Oedipus Predetermined Fate

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In the play Oedipus Rex by Sophocles, Oedipus is predicted to kill his father and marry his mother. This sense of predetermined fate is prominent throughout the play, shown by Oedipus' prophecies coming true, hints of foreshadowing and dramatic irony, and Oedipus' constant attempts to escape his fate. There are many prophecies that Oedipus received throughout the play, Oedipus Rex. A prophet that predicts Oedipus' fate is Tiresias, who says that Oedipus was the King Laius' murderer, and that he would lose all that he held dear, including losing his position of power as the king of Thebes. Furthermore, Tiresias said, "He'll grope his way in foreign parts, tapping out his way with stick in hand," ( 26 Sophocles ) predicting that Oedipus would blind himself, leave Thebes, and live a life as a beggar in foreign lands. Since these predictions came true, it can be diagnosed that Oedipus did have a predetermined fate.…show more content…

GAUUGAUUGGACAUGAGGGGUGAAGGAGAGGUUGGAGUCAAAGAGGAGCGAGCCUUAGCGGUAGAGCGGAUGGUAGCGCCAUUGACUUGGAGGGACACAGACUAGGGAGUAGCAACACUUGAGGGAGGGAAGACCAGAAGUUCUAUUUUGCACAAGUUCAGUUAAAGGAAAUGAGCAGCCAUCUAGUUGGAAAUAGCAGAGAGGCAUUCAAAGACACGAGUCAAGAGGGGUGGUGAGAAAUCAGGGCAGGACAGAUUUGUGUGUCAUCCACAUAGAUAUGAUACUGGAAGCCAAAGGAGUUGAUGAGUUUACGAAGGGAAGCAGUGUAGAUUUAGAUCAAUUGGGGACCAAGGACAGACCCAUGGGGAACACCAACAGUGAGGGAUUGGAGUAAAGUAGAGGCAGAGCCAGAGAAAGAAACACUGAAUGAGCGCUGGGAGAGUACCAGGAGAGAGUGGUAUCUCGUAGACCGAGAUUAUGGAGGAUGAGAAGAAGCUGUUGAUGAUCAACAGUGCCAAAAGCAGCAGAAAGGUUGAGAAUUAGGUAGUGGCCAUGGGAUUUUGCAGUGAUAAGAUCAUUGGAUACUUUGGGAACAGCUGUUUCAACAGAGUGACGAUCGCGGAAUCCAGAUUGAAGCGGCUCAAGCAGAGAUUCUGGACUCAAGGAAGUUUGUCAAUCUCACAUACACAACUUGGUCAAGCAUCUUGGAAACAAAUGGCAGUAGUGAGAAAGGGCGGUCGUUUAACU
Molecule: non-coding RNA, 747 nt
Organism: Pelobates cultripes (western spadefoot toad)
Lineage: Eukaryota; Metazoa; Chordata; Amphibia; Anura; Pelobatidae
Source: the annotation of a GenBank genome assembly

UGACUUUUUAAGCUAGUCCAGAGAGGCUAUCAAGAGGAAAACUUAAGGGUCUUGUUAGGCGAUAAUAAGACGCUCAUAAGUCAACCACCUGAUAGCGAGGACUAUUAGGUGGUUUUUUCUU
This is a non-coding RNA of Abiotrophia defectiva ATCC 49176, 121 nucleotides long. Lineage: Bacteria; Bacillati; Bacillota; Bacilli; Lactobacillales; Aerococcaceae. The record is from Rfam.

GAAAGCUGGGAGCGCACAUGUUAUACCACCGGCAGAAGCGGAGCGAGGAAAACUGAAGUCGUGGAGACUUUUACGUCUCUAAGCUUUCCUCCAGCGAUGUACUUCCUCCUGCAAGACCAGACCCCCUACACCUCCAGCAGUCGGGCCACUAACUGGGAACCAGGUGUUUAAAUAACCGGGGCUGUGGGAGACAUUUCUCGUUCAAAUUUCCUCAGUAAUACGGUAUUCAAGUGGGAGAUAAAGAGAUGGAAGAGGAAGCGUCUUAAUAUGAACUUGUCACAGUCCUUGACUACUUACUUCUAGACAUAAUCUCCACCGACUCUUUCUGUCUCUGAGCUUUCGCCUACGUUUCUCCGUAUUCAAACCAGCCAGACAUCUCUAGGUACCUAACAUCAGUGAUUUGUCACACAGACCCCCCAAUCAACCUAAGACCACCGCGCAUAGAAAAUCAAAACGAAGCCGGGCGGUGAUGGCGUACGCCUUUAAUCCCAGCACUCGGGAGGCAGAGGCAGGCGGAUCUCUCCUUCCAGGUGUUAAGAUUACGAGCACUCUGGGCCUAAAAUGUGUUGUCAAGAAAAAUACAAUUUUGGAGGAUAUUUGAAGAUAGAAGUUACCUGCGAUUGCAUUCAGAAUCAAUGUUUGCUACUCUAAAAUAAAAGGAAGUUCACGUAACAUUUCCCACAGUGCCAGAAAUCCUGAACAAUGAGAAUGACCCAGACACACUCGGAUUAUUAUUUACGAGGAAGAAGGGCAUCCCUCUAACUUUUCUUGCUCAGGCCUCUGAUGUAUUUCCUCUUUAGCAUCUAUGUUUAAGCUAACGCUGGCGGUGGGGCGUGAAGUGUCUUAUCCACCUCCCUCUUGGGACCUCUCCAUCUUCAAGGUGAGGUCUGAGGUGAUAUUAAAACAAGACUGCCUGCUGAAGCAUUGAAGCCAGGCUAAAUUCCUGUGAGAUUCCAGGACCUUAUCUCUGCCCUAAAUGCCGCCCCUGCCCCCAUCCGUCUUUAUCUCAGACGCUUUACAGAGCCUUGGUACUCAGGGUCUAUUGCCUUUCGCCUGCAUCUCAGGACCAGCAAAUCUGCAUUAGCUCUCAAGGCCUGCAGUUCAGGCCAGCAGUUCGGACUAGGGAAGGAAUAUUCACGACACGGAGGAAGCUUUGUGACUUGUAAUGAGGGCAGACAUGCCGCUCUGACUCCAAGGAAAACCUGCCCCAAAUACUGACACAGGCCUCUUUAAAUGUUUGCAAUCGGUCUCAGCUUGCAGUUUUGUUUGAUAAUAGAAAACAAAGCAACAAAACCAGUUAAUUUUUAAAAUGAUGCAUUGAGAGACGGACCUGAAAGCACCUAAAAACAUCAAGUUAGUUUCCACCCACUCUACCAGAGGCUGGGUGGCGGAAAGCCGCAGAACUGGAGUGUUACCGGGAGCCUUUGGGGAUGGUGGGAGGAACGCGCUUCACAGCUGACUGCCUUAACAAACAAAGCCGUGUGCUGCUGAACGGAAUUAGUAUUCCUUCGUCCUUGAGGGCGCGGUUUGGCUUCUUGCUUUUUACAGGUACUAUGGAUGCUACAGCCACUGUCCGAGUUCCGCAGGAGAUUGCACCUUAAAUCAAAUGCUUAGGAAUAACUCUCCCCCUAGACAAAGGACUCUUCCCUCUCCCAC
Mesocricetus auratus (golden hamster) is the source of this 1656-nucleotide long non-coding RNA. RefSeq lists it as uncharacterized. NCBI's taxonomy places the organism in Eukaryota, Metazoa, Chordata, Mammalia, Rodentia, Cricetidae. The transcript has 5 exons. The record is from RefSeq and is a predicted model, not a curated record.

An example of this is when Oedipus is talking to the priest and the people of Thebes, explaining to them that he knows about the pains that they are going through in Thebes. He says to them, "I know too well, you all are sick, yet sick, not one so sick as I" ( 7 Sophocles ). This foreshadows that Oedipus, himself, is the reason why the city is deteriorating and is "sick." In addition to this, there is a scene where Oedipus is talking to Creon about what they should do to rid the city of its plague. He says that they must avenge the death of Laius, their former king, to which Oedipus replies that Laius was "a man I never saw" ( 9 Sophocles ). Though Oedipus does not realize it in this point of time, he has seen Laius before and is, in fact, his killer as well, which is an example of dramatic
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